Two late calls, one missed free throw help Bulls beat Spurs
This was probably an emotional night for the referees, as well as the players.
After paying tribute to lost NBA legend Kobe Bryant, the Bulls went down to the wire with the San Antonio Spurs on Monday at the United Center. The end of the game felt like the equivalent of penalty kicks in soccer.
With the score tied, Zach LaVine drove through three Spurs, missed a runner in the lane, but got a late whistle and knocked down both free throws with 2.1 seconds left. It was difficult to pick out a foul on the replay.
The same thing happened on the other end, though. As DeMar DeRozan missed an 18-footer at the buzzer. Kris Dunn was called for a foul, even though it appeared he merely brushed against DeRozan's leg as he contested the shot.
DeRozan made the first free throw, missed the second and the Bulls had an emotional 110-109 victory, their second in a row. DeRozan finished with 36 points and went 14 of 17 at the foul line.
"We've lost one of the greatest competitors ever, in any sport," Bulls coach Jim Boylen said of Bryant. "To honor him, I thought what we needed to do was go out and compete and play as hard as we could. I thought our guys did that.
"I think the whole league's hurting. Both teams came out and played hard and it was a good game, an entertaining game, lot of good plays."
The Bulls did the standard tribute routine before the game -- video, followed by 24 seconds of silence. One nice touch was the video featured footage of Bryant's daughter Gianna, who also died Sunday.
The teams followed popular league protocol, opening the game by trading 8-second and 24-second violations on the first two possessions. Bryant wore both Nos. 8 and 24 with the Lakers.
Outside the arena, the electronic message boards on the sides of the United Center displayed pictures of Bryant, along with the purple and gold of the Lakers. The Michael Jordan statue was bathed in purple light.
"Talking to guys who do know Kobe -- I never got the chance to meet him -- they say off the court, he was even better," Dunn said. "He was a great teacher and he was always a friend.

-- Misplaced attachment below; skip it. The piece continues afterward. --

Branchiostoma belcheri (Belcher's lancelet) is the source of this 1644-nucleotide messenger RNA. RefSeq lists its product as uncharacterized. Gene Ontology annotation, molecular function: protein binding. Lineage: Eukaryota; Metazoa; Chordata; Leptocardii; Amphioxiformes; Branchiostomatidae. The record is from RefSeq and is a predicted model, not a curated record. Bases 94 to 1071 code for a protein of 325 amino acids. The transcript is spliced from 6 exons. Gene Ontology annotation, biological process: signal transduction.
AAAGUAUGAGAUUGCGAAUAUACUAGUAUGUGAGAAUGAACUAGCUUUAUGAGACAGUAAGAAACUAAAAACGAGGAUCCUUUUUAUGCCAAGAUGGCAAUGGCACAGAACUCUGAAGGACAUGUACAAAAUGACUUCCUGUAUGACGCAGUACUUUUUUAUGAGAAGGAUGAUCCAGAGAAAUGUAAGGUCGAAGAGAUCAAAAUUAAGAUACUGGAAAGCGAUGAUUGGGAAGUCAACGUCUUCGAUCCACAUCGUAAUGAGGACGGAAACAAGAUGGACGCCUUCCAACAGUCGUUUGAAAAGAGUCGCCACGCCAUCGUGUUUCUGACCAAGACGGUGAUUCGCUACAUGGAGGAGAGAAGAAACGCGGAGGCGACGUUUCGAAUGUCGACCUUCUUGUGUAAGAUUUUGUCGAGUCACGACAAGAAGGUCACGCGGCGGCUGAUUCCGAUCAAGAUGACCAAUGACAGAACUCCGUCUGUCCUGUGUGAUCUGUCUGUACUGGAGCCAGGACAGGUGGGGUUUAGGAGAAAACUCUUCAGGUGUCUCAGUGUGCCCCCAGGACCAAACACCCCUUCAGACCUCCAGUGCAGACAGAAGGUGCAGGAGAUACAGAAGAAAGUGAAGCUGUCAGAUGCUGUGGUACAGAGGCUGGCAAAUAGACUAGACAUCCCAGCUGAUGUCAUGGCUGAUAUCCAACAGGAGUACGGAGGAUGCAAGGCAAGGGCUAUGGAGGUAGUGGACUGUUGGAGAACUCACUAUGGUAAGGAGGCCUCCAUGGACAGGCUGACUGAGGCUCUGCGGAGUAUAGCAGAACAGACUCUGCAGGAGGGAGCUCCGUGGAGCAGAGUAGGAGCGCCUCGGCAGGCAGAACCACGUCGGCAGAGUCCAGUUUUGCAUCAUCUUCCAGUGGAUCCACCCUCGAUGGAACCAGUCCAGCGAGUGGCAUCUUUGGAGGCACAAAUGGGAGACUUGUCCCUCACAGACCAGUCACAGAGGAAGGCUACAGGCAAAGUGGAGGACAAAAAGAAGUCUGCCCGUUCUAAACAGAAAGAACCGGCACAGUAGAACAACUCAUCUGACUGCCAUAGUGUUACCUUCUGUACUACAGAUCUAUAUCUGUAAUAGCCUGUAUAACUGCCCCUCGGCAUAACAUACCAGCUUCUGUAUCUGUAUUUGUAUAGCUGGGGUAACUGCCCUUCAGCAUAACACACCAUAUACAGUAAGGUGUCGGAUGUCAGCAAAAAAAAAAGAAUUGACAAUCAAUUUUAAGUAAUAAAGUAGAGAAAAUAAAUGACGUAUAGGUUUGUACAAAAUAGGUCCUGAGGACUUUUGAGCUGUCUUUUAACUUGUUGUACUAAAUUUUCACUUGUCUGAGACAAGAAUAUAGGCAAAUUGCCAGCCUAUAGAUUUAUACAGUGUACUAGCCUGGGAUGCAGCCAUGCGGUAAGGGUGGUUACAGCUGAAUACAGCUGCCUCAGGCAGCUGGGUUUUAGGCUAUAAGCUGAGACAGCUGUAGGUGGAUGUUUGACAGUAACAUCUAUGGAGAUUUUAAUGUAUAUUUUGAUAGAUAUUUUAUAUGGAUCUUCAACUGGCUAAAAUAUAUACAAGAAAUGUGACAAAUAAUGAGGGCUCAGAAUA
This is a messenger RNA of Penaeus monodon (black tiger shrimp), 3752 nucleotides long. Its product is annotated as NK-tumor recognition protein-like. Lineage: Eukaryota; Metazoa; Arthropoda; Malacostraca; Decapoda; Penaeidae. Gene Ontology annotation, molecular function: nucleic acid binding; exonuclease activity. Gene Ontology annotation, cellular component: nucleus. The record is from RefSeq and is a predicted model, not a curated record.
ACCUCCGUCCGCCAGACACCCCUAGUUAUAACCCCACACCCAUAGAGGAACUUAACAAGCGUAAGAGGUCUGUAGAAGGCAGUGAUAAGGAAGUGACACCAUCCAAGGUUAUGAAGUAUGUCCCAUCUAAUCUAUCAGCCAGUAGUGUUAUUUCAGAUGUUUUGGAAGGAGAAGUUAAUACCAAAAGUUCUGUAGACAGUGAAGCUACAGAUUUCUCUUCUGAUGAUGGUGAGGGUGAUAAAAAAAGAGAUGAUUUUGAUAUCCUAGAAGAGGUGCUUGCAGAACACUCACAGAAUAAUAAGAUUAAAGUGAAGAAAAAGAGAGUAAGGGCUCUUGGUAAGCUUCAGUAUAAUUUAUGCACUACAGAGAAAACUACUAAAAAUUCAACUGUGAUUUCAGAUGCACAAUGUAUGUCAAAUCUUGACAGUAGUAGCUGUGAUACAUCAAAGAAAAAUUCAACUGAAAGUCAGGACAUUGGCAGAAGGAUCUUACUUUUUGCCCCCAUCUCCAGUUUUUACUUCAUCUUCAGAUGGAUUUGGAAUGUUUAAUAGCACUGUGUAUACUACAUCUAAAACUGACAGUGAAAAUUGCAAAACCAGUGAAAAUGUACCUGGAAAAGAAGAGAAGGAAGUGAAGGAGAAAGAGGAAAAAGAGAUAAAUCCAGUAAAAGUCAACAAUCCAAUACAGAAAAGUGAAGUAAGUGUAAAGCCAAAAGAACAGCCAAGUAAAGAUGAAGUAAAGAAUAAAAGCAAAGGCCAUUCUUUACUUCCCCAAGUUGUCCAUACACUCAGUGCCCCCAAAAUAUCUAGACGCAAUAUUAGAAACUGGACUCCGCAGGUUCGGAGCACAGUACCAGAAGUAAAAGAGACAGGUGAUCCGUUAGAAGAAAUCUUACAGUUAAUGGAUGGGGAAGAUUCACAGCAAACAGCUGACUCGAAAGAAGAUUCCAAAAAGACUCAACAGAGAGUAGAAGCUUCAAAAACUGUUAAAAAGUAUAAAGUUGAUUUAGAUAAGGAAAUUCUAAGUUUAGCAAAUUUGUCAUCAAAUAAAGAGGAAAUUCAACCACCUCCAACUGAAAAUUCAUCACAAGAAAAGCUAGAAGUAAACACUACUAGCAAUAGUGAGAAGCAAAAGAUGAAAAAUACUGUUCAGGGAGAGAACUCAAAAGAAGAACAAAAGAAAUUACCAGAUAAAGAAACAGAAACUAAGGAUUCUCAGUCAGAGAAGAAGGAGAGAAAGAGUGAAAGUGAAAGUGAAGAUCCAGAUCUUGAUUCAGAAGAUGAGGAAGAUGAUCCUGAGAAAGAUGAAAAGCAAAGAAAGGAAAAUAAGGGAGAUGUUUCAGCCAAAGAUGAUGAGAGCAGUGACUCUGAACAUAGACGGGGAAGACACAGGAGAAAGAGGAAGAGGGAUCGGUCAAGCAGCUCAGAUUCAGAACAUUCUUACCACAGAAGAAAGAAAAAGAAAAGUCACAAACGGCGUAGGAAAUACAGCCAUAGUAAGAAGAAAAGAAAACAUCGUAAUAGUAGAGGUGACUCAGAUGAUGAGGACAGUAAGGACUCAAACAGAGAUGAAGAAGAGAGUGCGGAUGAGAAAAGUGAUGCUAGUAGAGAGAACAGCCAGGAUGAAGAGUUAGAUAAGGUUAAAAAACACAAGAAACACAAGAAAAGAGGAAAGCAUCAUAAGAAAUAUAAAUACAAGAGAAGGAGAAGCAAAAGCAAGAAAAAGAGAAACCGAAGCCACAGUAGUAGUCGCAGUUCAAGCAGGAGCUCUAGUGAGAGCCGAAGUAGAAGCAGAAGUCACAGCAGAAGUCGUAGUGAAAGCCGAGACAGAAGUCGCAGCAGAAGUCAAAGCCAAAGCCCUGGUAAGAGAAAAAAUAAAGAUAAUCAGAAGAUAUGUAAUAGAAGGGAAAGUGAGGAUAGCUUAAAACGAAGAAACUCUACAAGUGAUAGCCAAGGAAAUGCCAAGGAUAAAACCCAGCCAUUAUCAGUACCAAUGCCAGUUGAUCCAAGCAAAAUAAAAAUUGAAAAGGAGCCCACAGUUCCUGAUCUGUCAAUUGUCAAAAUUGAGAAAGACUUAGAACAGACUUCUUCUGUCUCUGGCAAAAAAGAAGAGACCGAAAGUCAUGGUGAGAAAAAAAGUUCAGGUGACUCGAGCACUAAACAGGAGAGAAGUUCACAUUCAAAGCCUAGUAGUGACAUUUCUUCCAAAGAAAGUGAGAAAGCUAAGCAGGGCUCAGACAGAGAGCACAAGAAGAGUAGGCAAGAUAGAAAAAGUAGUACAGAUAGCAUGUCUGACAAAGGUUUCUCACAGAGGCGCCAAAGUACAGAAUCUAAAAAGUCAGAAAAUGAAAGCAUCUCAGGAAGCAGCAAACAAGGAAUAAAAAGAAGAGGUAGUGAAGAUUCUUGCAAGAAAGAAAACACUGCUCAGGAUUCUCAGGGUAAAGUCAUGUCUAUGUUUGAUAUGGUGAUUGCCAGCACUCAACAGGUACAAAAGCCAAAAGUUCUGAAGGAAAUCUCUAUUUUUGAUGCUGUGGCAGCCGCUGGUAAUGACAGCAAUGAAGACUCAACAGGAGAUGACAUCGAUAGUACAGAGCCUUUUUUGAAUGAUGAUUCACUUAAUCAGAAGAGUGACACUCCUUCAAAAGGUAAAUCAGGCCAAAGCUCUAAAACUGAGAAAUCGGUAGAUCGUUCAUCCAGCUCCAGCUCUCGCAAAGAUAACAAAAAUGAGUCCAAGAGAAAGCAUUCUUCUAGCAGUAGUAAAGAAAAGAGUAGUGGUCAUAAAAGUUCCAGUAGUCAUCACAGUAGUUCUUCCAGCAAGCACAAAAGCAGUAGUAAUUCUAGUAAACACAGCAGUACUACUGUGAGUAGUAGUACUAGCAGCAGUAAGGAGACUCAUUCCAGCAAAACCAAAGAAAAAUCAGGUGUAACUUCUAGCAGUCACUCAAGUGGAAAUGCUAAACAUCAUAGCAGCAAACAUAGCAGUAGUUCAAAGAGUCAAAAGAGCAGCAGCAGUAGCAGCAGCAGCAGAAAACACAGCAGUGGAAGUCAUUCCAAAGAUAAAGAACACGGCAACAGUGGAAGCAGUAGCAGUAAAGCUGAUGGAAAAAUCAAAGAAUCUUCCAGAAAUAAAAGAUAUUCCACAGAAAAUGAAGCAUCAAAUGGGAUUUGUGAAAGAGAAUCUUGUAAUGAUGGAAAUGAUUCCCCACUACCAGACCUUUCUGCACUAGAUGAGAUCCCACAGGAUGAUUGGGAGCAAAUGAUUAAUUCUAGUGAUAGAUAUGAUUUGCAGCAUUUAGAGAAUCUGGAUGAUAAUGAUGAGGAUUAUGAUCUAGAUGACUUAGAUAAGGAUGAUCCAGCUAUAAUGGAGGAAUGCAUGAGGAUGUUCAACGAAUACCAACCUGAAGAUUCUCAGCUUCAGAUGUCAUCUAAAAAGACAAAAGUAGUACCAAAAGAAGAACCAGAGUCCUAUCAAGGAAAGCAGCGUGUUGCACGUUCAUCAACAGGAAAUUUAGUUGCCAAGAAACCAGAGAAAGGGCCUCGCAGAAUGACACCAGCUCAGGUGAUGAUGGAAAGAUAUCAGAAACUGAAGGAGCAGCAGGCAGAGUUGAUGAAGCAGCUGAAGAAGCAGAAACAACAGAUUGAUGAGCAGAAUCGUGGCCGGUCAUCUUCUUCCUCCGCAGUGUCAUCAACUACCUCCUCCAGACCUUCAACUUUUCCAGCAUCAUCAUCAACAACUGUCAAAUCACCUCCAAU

"When Kobe goes on the court, he leaves it all on the floor. Jim talked about it, what Kobe would want us to do is just go out there and play our hearts out. That's what we tried to do. We were just happy we could get the win."
LaVine was bottled up most of the night, but came alive in the fourth quarter to score 14 of his team-high 23 points. Denzel Valentine also came up big, matching his season-high with 16 points. The Bulls put seven players in double figures.
For three quarters, the Bulls couldn't get much of anything past the rim protection of San Antonio center Jacob Poeltl, who filled in for the injured LaMarcus Aldridge (thumb). The Bulls finally built some momentum midway through the fourth quarter when LaVine was able to drop a pair of laying over Poeltl to put the Bulls ahead.
A few minutes later, Boylen tried a bold strategy of Hack-a-Poeltl. Luke Kornet and Thaddeus Young both fouled the Spurs' big man intentionally, and he went 1-for-4 at the foul line. When Young drained a corner 3-pointer, the Bulls led 108-104 with 2:29 left.
Boylen said after the game he decided to foul Poeltl mostly to try to cool off DeRozan. But the Bulls blew several chances to build the lead. They had 3 turnovers and 2 missed shots down the stretch, and DeRozan hit two midrange jumpers to tie the score with 8.6 seconds left.
"It was tough, definitely, especially when guys get in a rhythm," Dunn said of guarding DeRozan. "Free throws allow great players to get in a rhythm. I just tried to stick with him the whole game. The foul call at the end, I was devastated. I didn't want to put us in that situation."
Well, maybe Dunn made DeRozan work hard enough that he was too tired to make the final free throw.
"I don't know about that," Dunn said. "I could definitely say I made him work today. He did an unbelievable job. I did everything I could."